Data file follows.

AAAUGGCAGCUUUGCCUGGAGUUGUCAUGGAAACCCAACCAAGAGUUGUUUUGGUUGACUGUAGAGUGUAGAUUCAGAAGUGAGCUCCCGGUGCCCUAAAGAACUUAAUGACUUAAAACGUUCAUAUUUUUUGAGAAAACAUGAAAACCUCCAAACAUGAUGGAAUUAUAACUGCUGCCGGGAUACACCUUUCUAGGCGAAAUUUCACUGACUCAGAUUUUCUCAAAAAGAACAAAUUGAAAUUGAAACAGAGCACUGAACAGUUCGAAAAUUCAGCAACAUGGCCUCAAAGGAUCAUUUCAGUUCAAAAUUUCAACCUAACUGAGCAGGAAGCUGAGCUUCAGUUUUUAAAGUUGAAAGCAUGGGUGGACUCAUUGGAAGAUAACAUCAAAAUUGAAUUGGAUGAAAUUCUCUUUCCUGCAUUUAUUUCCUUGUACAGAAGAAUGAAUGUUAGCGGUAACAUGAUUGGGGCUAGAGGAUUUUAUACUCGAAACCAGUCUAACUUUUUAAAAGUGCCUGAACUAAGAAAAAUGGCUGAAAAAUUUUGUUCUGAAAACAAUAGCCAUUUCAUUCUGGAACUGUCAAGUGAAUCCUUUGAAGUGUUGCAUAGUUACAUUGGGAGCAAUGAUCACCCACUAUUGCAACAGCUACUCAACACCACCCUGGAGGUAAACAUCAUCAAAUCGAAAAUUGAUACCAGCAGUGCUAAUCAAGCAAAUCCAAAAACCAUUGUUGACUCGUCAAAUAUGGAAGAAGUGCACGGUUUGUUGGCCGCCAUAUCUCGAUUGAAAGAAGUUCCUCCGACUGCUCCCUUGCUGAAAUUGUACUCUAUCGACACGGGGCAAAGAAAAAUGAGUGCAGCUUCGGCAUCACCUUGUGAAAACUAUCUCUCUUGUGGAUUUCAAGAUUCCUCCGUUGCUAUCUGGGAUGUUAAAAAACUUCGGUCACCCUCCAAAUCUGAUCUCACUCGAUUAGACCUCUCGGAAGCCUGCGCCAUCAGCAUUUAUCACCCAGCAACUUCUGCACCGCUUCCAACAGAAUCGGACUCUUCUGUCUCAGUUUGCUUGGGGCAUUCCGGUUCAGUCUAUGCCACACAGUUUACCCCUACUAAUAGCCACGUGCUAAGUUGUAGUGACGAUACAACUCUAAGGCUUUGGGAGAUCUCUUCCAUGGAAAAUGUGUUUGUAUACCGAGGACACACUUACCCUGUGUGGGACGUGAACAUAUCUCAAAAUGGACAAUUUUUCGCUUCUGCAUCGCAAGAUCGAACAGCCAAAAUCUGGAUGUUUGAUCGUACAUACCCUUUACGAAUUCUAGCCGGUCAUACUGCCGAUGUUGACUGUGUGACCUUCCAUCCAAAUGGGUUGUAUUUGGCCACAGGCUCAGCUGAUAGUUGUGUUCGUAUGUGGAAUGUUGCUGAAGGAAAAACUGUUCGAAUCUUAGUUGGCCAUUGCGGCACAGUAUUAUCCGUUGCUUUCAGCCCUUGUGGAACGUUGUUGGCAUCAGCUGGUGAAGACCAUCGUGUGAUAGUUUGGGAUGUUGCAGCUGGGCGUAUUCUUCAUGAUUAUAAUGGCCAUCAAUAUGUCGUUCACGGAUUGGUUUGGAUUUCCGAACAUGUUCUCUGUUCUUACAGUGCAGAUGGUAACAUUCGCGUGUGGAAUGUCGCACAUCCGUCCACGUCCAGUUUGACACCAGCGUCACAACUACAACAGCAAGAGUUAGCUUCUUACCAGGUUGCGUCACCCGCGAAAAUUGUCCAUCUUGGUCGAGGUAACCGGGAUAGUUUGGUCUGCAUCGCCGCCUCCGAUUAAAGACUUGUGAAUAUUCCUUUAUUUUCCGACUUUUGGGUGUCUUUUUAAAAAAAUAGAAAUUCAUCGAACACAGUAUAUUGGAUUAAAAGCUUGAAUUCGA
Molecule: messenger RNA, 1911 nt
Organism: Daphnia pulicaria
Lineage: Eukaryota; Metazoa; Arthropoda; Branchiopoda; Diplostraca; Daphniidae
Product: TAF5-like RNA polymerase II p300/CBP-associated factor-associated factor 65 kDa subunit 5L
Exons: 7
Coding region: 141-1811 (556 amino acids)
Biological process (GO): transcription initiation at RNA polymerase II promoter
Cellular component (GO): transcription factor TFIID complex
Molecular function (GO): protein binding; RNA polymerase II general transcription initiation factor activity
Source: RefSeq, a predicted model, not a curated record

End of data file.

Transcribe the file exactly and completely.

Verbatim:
AAAUGGCAGCUUUGCCUGGAGUUGUCAUGGAAACCCAACCAAGAGUUGUUUUGGUUGACUGUAGAGUGUAGAUUCAGAAGUGAGCUCCCGGUGCCCUAAAGAACUUAAUGACUUAAAACGUUCAUAUUUUUUGAGAAAACAUGAAAACCUCCAAACAUGAUGGAAUUAUAACUGCUGCCGGGAUACACCUUUCUAGGCGAAAUUUCACUGACUCAGAUUUUCUCAAAAAGAACAAAUUGAAAUUGAAACAGAGCACUGAACAGUUCGAAAAUUCAGCAACAUGGCCUCAAAGGAUCAUUUCAGUUCAAAAUUUCAACCUAACUGAGCAGGAAGCUGAGCUUCAGUUUUUAAAGUUGAAAGCAUGGGUGGACUCAUUGGAAGAUAACAUCAAAAUUGAAUUGGAUGAAAUUCUCUUUCCUGCAUUUAUUUCCUUGUACAGAAGAAUGAAUGUUAGCGGUAACAUGAUUGGGGCUAGAGGAUUUUAUACUCGAAACCAGUCUAACUUUUUAAAAGUGCCUGAACUAAGAAAAAUGGCUGAAAAAUUUUGUUCUGAAAACAAUAGCCAUUUCAUUCUGGAACUGUCAAGUGAAUCCUUUGAAGUGUUGCAUAGUUACAUUGGGAGCAAUGAUCACCCACUAUUGCAACAGCUACUCAACACCACCCUGGAGGUAAACAUCAUCAAAUCGAAAAUUGAUACCAGCAGUGCUAAUCAAGCAAAUCCAAAAACCAUUGUUGACUCGUCAAAUAUGGAAGAAGUGCACGGUUUGUUGGCCGCCAUAUCUCGAUUGAAAGAAGUUCCUCCGACUGCUCCCUUGCUGAAAUUGUACUCUAUCGACACGGGGCAAAGAAAAAUGAGUGCAGCUUCGGCAUCACCUUGUGAAAACUAUCUCUCUUGUGGAUUUCAAGAUUCCUCCGUUGCUAUCUGGGAUGUUAAAAAACUUCGGUCACCCUCCAAAUCUGAUCUCACUCGAUUAGACCUCUCGGAAGCCUGCGCCAUCAGCAUUUAUCACCCAGCAACUUCUGCACCGCUUCCAACAGAAUCGGACUCUUCUGUCUCAGUUUGCUUGGGGCAUUCCGGUUCAGUCUAUGCCACACAGUUUACCCCUACUAAUAGCCACGUGCUAAGUUGUAGUGACGAUACAACUCUAAGGCUUUGGGAGAUCUCUUCCAUGGAAAAUGUGUUUGUAUACCGAGGACACACUUACCCUGUGUGGGACGUGAACAUAUCUCAAAAUGGACAAUUUUUCGCUUCUGCAUCGCAAGAUCGAACAGCCAAAAUCUGGAUGUUUGAUCGUACAUACCCUUUACGAAUUCUAGCCGGUCAUACUGCCGAUGUUGACUGUGUGACCUUCCAUCCAAAUGGGUUGUAUUUGGCCACAGGCUCAGCUGAUAGUUGUGUUCGUAUGUGGAAUGUUGCUGAAGGAAAAACUGUUCGAAUCUUAGUUGGCCAUUGCGGCACAGUAUUAUCCGUUGCUUUCAGCCCUUGUGGAACGUUGUUGGCAUCAGCUGGUGAAGACCAUCGUGUGAUAGUUUGGGAUGUUGCAGCUGGGCGUAUUCUUCAUGAUUAUAAUGGCCAUCAAUAUGUCGUUCACGGAUUGGUUUGGAUUUCCGAACAUGUUCUCUGUUCUUACAGUGCAGAUGGUAACAUUCGCGUGUGGAAUGUCGCACAUCCGUCCACGUCCAGUUUGACACCAGCGUCACAACUACAACAGCAAGAGUUAGCUUCUUACCAGGUUGCGUCACCCGCGAAAAUUGUCCAUCUUGGUCGAGGUAACCGGGAUAGUUUGGUCUGCAUCGCCGCCUCCGAUUAAAGACUUGUGAAUAUUCCUUUAUUUUCCGACUUUUGGGUGUCUUUUUAAAAAAAUAGAAAUUCAUCGAACACAGUAUAUUGGAUUAAAAGCUUGAAUUCGA
Molecule: messenger RNA, 1911 nt
Organism: Daphnia pulicaria
Lineage: Eukaryota; Metazoa; Arthropoda; Branchiopoda; Diplostraca; Daphniidae
Product: TAF5-like RNA polymerase II p300/CBP-associated factor-associated factor 65 kDa subunit 5L
Exons: 7
Coding region: 141-1811 (556 amino acids)
Biological process (GO): transcription initiation at RNA polymerase II promoter
Cellular component (GO): transcription factor TFIID complex
Molecular function (GO): protein binding; RNA polymerase II general transcription initiation factor activity
Source: RefSeq, a predicted model, not a curated record